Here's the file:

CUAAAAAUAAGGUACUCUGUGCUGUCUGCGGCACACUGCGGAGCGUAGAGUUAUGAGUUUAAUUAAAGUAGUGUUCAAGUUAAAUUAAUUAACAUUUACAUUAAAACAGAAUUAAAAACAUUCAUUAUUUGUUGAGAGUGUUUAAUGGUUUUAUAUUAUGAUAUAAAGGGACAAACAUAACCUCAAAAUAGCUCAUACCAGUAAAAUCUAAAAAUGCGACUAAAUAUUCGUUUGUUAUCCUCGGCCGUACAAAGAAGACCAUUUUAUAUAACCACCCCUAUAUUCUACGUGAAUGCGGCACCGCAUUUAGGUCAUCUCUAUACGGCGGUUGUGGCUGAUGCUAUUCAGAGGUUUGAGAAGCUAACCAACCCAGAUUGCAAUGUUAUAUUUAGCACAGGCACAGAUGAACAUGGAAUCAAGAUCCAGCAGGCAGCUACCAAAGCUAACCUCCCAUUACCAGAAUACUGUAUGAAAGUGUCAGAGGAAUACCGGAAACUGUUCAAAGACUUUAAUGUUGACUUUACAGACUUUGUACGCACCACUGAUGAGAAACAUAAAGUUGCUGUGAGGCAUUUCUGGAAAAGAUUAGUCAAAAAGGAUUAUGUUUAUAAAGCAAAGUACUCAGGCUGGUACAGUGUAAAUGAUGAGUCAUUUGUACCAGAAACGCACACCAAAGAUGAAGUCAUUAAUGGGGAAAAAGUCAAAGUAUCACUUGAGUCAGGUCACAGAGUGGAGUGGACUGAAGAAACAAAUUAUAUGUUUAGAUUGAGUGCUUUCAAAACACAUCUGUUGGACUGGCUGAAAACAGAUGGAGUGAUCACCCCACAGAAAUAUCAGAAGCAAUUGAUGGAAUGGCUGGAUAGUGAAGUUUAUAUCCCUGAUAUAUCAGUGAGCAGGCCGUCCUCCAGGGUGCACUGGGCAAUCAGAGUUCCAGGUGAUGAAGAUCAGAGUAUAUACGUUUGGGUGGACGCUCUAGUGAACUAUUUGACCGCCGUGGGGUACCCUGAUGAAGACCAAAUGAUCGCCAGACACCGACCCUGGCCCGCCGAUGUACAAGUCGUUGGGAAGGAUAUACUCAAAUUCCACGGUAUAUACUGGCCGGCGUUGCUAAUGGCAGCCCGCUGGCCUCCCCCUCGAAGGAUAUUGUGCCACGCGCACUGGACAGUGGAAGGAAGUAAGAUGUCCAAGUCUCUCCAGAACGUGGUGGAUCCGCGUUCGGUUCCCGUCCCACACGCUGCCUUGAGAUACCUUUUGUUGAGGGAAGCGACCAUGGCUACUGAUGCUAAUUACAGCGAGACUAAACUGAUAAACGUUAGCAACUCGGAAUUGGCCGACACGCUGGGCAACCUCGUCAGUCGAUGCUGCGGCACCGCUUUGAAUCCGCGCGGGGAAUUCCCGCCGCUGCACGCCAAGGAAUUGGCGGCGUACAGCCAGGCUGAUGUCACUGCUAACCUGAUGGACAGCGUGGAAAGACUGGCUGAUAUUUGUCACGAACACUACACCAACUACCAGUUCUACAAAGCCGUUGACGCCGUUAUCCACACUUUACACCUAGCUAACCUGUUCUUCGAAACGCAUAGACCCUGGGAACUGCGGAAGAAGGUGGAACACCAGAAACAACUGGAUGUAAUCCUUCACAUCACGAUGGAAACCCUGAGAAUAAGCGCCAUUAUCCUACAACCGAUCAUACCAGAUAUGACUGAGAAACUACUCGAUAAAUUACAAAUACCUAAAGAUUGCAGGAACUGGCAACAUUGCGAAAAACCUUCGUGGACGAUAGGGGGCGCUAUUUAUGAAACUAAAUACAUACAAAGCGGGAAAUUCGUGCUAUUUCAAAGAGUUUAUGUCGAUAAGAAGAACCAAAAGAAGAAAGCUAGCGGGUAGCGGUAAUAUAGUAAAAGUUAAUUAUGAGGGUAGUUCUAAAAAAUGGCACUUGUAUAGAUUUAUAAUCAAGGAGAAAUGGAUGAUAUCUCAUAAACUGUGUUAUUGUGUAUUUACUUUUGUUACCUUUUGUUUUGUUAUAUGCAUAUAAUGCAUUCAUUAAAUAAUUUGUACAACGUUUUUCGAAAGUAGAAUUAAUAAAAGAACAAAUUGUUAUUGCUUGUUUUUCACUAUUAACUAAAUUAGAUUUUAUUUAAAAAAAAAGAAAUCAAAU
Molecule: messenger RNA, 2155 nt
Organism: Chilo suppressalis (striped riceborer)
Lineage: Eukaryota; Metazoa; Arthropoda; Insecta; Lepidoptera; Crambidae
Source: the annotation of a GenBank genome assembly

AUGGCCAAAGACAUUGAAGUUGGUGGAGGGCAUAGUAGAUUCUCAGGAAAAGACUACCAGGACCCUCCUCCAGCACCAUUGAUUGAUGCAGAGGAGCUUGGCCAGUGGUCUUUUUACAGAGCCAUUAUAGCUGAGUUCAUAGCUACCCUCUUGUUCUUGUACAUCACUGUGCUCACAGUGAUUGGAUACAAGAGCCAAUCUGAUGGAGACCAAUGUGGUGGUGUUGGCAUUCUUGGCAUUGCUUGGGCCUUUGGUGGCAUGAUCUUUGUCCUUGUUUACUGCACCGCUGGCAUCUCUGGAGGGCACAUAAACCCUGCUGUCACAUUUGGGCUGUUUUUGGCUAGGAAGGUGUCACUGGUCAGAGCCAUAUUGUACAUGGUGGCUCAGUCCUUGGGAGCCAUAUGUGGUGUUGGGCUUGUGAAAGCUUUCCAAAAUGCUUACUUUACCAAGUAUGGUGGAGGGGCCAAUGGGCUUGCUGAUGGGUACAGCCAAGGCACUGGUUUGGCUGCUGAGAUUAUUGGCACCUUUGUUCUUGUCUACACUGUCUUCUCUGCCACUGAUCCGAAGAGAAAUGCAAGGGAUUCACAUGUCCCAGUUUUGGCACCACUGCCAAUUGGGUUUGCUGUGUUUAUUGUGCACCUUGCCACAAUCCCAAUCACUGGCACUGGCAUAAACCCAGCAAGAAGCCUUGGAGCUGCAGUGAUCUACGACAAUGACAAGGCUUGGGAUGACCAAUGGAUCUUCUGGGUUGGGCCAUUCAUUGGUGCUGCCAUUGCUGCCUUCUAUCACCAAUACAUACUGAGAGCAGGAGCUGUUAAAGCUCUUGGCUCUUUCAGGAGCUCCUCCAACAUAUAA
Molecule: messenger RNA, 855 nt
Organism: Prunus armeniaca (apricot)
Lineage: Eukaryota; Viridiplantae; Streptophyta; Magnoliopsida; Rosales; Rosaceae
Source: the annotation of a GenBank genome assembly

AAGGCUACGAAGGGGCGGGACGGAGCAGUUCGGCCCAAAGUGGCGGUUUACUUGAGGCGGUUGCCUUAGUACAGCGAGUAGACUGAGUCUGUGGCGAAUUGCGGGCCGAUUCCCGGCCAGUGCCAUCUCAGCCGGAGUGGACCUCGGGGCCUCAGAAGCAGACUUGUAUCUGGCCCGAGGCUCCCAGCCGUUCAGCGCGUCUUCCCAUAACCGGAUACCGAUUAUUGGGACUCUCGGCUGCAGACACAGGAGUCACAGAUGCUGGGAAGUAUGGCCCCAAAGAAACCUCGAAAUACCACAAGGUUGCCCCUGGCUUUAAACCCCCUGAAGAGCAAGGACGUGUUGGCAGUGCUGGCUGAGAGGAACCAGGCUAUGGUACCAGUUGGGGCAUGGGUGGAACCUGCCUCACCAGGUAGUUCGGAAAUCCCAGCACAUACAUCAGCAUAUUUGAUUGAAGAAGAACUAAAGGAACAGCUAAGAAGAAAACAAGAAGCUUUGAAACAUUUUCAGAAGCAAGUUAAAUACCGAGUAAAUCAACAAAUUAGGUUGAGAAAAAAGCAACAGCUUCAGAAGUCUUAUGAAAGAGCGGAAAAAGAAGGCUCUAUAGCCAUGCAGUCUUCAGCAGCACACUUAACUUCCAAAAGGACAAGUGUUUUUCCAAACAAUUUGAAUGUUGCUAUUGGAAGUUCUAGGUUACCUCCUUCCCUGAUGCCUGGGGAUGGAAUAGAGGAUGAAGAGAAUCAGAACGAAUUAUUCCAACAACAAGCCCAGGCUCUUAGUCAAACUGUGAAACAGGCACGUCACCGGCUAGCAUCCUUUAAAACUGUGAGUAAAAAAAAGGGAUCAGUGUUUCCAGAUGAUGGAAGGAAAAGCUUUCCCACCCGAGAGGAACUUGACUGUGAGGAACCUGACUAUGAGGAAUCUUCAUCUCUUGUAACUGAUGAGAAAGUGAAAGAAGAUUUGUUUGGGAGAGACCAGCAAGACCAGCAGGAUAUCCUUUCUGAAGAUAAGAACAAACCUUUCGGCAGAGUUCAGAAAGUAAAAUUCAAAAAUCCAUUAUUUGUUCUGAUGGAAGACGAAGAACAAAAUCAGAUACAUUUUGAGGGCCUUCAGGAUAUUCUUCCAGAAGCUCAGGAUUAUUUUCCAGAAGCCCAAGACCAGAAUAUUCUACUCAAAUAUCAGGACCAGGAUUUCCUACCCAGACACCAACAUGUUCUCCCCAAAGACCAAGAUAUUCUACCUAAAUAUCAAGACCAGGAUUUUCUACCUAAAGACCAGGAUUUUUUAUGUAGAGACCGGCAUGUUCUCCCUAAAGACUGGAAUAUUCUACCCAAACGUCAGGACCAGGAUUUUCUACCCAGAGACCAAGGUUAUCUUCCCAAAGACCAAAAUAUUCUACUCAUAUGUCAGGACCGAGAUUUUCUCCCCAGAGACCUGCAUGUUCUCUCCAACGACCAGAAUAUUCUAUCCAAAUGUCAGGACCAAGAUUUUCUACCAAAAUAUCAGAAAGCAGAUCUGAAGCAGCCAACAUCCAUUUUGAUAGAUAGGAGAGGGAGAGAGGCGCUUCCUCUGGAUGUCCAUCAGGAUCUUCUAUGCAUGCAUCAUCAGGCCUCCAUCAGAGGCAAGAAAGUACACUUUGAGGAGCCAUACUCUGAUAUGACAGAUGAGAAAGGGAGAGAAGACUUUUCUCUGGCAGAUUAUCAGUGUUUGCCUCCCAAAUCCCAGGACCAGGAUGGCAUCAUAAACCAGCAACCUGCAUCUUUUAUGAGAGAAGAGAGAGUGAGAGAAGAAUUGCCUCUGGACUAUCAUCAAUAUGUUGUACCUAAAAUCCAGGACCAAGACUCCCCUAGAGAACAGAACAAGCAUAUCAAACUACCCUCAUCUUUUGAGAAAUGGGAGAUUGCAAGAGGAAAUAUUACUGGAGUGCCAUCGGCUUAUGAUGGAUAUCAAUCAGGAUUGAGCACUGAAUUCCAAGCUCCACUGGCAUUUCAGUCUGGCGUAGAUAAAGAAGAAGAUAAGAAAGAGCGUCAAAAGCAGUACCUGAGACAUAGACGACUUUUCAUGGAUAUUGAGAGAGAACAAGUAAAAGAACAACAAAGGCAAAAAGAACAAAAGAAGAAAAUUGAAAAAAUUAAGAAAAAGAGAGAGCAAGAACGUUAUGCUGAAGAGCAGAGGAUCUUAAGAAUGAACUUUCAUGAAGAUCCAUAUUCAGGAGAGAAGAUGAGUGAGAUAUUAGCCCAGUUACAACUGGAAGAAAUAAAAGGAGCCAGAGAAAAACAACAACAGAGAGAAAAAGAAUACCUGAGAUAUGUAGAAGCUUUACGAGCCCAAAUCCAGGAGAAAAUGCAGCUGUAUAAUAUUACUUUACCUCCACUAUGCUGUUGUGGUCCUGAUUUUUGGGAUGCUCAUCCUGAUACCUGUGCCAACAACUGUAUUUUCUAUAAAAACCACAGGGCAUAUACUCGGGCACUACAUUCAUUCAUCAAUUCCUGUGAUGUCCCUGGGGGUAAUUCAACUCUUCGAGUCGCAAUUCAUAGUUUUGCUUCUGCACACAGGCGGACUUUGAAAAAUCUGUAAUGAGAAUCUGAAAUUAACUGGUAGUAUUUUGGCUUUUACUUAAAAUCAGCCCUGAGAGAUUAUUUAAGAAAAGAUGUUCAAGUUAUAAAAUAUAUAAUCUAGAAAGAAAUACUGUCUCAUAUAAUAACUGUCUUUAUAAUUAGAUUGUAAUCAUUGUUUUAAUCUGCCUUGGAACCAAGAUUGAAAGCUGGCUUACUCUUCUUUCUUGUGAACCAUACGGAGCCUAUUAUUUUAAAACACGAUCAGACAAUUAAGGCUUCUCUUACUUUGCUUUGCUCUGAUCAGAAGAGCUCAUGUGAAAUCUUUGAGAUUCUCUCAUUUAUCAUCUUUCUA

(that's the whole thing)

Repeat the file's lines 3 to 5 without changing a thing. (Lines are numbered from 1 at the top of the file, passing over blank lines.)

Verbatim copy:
Organism: Chilo suppressalis (striped riceborer)
Lineage: Eukaryota; Metazoa; Arthropoda; Insecta; Lepidoptera; Crambidae
Source: the annotation of a GenBank genome assembly